Visible Learning Feedback

Page No.: 
Book Writer & Publisher: 
John Hattie and Shirley Clarke. London: Routledge
Tim Murphey, Kanda University of International Studies

[John Hattie and Shirley Clarke. London: Routledge, 2019. pp. vii + 134. ¥3,383. ISBN: 978-1-138-59989-5.]

Reviewed by Tim Murphey, Kanda University of International Studies

Visible Learning: Feedback is quickly becoming a favorite. I teach university level courses and grad school teachers-in-training (MA and PHD students). I find that they need to be convinced that feedback from students can be one of the most powerful tools to show “Where to next (p. 1), (a phrase repeated many times in Visible Learning: Feedback which refers to the importance of using student feedback in order for the teacher to develop future class materials, design activities, and meet the needs of the students in the next class). The approximately 50 diagrams, charts, student-samples, and so forth also go a long way to helping readers grasp the importance of feedback.

When we teach classes, we often do not know exactly what students understand. Thus, if we can ask them the last 5 minutes of class to write what they think they learned today, what they did not understand, what they liked, and suggestions to the teacher, then we will get feedback that will tell us Where to next! I have long been using action logging myself (Murphey, 1993; Miyake-Warkentin, Hooper, & Murphey, 2020) and cannot imagine teaching without students guiding somewhat where to next!

Hattie’s (2008; 2012) Visible Learning book series is based firmly on his longtime evaluation methods of measuring effect sizes of a variety of learning activities and components as reported on by meta-analyses of scholarly articles. In 2008, he published Visible Learning: A Synthesis of Over 800 Meta-Analyses Relating to Achievement and in his 2012 book Visible Learning for Teachers, he ranked feedback at number 10 out of 150 influences on achievement (p. 266). Because his research is ongoing, the list changes from time to time as the field changes foci, and Hattie updates his data and meta-analyses. His latest book is on feedback, which was written in collaboration with another expert researcher in feedback (Shirley Clarke), speaks loudly and coherently for the importance of teachers getting feedback.

But let us be clear here, it is not so important that teachers need to give good feedback to students; it is the feedback that students give to teachers that is important. Hattie and Clarke (2019, p. 4) cite Hattie (2012) stating:

…The mistake I was making was seeing feedback as something teachers provided to students. I discovered that feedback is most powerful when it is from the student to the teacher.

The authors do a good job of covering the territory. They discuss clearly in Chapter 1 what is valuable feedback. They cite lots of research that shows that simply giving grades can keep students from learning. To students a good or bad grade means, “I’m done.” Encouragement for “next steps” (Where to next!) is valued and gets acted upon. Both positive and negative comments can be useful, but mostly teachers need to perceive what students need next. And the only way to do that is to get a lot of feedback from students as to what and how they are learning. For example, Hattie and Clark use a graphic (p. 6) to illustrate the feedback cycle and how effective feedback: 1) sparks learning; 2) flourishes in the right environment; 3) clarifies for students where they are going; 4) informs students how they are going; 5) highlights the next steps for improvement; 6) matches the needs of the learner; 7) promotes student self-regulation; and 8) flows bi-directionally between learners and teachers.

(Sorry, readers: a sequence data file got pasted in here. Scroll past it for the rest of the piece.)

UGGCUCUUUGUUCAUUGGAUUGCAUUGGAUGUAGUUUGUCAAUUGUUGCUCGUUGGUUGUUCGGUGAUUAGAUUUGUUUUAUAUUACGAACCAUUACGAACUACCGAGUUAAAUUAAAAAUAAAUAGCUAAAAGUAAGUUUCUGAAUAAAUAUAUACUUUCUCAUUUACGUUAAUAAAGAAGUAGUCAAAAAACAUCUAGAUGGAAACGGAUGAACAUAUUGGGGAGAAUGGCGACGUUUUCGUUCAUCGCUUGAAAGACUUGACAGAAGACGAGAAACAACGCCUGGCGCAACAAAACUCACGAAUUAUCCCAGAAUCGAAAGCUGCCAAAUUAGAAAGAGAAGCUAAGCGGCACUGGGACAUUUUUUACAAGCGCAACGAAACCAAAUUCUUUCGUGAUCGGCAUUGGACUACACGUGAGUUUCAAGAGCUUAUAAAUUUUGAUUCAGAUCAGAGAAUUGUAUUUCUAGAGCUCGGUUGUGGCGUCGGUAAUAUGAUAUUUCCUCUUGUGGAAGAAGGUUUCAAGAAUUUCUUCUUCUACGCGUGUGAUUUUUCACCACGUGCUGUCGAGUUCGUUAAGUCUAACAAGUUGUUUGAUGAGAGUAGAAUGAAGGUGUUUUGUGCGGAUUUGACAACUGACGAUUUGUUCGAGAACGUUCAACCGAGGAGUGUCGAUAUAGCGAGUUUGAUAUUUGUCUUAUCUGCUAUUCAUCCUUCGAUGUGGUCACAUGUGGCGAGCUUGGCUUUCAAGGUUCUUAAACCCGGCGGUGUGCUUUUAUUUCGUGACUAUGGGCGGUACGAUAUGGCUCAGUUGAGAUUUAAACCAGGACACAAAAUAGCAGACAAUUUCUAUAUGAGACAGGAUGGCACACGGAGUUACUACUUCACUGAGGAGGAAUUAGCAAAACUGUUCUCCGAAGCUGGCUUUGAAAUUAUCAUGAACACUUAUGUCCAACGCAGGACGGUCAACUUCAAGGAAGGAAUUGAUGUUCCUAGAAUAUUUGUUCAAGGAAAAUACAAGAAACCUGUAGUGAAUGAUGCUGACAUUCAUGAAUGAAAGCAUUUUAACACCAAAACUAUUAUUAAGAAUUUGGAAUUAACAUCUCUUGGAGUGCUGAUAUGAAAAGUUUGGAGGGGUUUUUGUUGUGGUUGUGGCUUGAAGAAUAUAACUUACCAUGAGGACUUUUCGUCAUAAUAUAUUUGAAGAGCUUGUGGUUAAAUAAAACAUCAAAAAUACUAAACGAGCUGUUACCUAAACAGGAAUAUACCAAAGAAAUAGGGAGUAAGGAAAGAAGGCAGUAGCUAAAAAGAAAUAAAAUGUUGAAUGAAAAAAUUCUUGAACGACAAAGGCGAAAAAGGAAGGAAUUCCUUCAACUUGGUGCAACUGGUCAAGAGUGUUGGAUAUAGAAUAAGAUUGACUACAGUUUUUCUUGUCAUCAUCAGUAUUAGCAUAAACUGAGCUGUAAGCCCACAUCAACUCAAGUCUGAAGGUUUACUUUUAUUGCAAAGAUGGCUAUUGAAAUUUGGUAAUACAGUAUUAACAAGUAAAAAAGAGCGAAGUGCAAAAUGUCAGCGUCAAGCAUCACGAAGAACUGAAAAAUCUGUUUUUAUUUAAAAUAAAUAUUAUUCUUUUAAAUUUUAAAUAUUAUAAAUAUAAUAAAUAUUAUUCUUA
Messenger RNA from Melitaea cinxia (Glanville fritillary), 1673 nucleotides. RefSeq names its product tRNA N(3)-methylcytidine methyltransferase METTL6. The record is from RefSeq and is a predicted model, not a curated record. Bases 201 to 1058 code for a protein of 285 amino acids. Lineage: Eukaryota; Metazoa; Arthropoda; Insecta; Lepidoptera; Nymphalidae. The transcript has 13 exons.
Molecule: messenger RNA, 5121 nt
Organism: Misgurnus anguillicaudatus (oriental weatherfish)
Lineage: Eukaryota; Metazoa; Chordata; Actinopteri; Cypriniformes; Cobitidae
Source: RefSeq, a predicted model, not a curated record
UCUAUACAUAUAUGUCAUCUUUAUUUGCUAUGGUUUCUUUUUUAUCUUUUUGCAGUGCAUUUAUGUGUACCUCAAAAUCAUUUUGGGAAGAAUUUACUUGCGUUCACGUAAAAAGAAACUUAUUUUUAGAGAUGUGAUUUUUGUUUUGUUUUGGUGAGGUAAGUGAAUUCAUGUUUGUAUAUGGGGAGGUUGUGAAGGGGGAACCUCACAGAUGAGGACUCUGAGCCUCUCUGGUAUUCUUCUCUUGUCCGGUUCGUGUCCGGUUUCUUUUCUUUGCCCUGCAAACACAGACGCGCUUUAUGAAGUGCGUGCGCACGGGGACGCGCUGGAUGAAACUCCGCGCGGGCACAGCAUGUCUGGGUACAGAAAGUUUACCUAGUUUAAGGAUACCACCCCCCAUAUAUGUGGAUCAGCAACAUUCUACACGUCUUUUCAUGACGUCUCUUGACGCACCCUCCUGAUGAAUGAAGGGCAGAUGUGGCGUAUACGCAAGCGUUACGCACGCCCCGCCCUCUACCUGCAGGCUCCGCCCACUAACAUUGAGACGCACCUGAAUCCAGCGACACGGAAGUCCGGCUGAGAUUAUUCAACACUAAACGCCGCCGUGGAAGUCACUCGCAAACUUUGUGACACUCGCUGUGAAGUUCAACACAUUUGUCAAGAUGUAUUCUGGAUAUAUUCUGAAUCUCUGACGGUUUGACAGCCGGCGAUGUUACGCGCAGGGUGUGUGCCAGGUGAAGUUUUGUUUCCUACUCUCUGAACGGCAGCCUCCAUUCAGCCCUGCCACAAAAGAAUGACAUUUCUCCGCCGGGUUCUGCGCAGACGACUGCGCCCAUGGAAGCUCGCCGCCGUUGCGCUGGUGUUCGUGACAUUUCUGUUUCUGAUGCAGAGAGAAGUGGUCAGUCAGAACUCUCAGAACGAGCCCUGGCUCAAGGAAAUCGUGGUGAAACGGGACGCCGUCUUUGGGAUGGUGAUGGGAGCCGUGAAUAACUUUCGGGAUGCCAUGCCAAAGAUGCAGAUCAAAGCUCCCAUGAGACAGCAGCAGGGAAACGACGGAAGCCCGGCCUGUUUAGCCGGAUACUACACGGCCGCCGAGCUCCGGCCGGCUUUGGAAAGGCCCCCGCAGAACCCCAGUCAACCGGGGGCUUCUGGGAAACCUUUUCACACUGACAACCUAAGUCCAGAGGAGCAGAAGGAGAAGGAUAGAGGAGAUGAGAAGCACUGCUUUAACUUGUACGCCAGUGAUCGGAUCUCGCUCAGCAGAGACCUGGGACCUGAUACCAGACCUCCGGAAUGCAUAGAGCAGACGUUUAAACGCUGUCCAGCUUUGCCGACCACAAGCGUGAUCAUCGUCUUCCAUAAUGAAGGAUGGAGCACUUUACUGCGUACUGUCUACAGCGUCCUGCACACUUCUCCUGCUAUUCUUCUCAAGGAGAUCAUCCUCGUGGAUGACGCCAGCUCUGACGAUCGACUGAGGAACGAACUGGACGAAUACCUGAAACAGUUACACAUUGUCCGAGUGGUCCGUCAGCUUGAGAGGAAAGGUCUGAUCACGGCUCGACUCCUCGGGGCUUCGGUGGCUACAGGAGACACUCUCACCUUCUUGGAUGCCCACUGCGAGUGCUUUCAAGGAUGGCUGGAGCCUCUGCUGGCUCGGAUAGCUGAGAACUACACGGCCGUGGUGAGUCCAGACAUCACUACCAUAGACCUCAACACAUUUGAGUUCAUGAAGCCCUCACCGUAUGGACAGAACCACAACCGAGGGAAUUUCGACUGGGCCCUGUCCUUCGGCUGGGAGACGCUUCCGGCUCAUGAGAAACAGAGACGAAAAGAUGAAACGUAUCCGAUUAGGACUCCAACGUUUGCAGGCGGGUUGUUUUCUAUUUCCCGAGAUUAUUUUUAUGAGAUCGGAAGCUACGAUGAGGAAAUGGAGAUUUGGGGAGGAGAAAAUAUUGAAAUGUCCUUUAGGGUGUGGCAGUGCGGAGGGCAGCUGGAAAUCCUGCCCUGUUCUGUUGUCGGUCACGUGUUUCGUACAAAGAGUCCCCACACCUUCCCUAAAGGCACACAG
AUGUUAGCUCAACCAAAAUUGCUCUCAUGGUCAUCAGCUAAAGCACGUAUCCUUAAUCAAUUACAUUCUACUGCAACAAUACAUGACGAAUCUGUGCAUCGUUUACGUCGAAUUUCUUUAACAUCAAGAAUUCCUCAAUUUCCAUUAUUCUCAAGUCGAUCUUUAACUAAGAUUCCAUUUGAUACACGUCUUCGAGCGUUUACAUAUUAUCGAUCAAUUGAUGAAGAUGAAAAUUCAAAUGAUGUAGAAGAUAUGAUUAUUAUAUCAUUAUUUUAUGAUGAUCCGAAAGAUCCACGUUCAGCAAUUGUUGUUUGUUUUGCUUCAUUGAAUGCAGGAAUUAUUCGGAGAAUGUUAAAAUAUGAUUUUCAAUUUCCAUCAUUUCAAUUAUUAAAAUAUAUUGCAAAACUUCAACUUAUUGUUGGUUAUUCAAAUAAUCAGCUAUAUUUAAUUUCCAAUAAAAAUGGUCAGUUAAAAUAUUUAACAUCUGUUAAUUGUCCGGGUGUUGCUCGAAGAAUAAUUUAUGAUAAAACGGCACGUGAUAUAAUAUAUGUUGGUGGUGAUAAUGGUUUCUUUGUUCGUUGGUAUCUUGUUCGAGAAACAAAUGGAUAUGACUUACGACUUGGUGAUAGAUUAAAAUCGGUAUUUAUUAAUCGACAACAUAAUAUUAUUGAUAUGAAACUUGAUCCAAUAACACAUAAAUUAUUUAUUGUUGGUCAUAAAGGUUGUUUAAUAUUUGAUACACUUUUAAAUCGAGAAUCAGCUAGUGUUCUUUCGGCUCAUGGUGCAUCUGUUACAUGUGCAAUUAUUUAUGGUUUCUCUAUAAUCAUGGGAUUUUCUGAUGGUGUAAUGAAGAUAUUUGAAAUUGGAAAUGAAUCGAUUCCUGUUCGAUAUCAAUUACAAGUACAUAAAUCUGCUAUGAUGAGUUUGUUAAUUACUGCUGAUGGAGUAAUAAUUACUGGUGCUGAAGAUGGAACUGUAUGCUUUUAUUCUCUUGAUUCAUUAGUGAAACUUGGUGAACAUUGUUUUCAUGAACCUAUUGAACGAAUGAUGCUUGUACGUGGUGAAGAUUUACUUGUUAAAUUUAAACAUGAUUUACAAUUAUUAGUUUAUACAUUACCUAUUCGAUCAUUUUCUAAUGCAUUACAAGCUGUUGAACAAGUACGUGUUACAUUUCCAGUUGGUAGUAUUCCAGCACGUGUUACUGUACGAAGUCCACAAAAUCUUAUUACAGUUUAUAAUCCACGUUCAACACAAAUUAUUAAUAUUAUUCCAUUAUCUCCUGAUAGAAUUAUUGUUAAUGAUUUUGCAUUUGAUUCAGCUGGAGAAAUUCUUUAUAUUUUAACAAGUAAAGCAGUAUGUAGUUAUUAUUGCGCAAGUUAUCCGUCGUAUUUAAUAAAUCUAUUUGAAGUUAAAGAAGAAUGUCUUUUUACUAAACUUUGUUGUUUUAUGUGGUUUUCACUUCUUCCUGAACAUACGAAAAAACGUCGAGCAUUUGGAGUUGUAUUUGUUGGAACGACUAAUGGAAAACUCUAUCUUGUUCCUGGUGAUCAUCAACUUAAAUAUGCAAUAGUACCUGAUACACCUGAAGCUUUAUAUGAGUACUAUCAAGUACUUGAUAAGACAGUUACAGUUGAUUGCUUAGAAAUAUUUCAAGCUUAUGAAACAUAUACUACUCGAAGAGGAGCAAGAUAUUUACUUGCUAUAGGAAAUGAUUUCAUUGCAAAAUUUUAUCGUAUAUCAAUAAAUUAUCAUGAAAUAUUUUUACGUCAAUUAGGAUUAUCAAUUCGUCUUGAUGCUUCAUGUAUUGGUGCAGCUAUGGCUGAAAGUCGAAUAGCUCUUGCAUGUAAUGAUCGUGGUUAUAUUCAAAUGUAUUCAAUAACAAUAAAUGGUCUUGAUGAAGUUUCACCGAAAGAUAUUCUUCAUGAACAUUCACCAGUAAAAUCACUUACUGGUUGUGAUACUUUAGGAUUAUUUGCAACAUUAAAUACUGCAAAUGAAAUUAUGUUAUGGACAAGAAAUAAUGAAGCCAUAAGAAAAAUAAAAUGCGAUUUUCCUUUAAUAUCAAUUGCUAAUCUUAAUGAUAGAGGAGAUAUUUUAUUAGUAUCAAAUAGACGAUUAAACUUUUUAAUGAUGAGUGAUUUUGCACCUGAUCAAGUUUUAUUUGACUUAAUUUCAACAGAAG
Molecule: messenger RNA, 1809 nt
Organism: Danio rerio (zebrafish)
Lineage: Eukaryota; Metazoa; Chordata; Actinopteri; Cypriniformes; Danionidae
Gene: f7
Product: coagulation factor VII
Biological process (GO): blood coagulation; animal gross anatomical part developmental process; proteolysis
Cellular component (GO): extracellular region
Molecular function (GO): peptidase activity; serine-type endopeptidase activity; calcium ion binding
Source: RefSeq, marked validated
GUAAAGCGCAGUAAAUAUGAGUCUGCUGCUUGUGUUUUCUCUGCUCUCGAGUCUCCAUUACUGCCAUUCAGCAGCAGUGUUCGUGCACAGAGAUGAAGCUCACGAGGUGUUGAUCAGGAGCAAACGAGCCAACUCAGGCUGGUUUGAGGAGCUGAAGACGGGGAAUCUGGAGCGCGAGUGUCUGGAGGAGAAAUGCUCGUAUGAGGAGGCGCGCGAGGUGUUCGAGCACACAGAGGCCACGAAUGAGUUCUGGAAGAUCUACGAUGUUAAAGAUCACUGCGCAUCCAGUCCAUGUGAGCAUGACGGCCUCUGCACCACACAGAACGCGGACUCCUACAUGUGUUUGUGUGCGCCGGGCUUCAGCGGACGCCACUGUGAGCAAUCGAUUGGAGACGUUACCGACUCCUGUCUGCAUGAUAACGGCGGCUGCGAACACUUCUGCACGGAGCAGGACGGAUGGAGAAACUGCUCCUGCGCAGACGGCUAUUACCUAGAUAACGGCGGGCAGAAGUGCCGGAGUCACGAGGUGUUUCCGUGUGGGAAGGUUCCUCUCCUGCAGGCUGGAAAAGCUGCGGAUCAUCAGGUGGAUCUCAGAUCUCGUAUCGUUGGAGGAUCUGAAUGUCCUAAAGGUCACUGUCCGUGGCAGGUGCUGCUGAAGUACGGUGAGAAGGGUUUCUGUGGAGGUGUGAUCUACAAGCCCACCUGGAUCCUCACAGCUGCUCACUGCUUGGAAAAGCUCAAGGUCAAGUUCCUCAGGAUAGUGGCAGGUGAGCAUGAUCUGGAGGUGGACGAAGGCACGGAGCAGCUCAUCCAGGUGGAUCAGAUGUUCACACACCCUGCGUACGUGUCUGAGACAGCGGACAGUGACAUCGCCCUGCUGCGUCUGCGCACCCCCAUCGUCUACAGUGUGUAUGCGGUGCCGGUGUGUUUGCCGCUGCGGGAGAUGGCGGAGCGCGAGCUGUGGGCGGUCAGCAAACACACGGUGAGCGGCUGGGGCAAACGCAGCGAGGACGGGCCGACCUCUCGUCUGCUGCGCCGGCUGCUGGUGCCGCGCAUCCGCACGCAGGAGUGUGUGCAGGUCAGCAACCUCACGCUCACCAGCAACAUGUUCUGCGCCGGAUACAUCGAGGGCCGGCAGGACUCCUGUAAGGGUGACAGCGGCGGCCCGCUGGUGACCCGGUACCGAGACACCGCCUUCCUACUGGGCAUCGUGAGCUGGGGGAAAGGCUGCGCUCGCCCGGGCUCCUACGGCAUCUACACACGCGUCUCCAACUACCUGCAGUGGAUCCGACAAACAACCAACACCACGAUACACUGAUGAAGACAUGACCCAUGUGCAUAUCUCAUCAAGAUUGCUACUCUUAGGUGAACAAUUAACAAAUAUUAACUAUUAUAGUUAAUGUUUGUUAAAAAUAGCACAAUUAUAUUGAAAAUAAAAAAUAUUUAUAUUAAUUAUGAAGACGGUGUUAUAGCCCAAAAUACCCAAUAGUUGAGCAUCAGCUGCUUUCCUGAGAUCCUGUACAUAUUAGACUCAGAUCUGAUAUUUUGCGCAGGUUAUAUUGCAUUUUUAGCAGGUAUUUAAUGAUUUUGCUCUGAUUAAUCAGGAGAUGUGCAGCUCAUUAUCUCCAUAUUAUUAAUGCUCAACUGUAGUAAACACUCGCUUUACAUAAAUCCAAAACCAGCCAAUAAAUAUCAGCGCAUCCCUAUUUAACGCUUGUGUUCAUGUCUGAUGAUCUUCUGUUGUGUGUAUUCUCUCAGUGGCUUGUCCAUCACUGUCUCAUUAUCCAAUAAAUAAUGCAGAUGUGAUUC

Chapter 2 covers how we can create feedback cultures in our classes and schools by putting principles into practice through formative assessment and attention to Dweck’s concept of growth mindset. Chapter 3 looks at Teaching and learning frameworks, such as the helpful quick review at the beginning of classes to bring everyone up to date and connect the past with the present and future. When teachers let their students know what they are going to teach and what they want them to learn, it’s a feed forward that helps them better understand where to next.

Chapter 4 covers when verbal feedback is useful and not. They note that “giving is not receiving” (p. 89) and that many students are just unable to grasp everything that the teacher says. Students letting a teacher know what is not understood should be complimented and encouraged. Chapter 5 covers Post-lesson feedback and recommends using exit cards that students fill out and give to the teacher just before leaving the class, similar to action-logging.

In summary, Visible Learning: Feedback has the potential to help teachers create valuable feedback loops that can greatly improve ourselves as teachers and allow students to tell us where to next?


Hattie, J. (2008). Visible learning: A synthesis of over 800 meta-analyses relating to achievement. Oxford: Routledge.

Hattie, J. (2012). Visible learning for teachers: Maximizing impact on achievement. Oxford: Routledge.

Miyake-Warkentin, K., Hooper, D., & Murphey, T. (2020). Student action logging creates teacher efficacy. JALT 2019 Proceedings.      

Murphey, T. (1993). Why don’t teachers learn what learners learn? Taking the guesswork out with action logging. English Teaching Forum, 31(1) 6-10.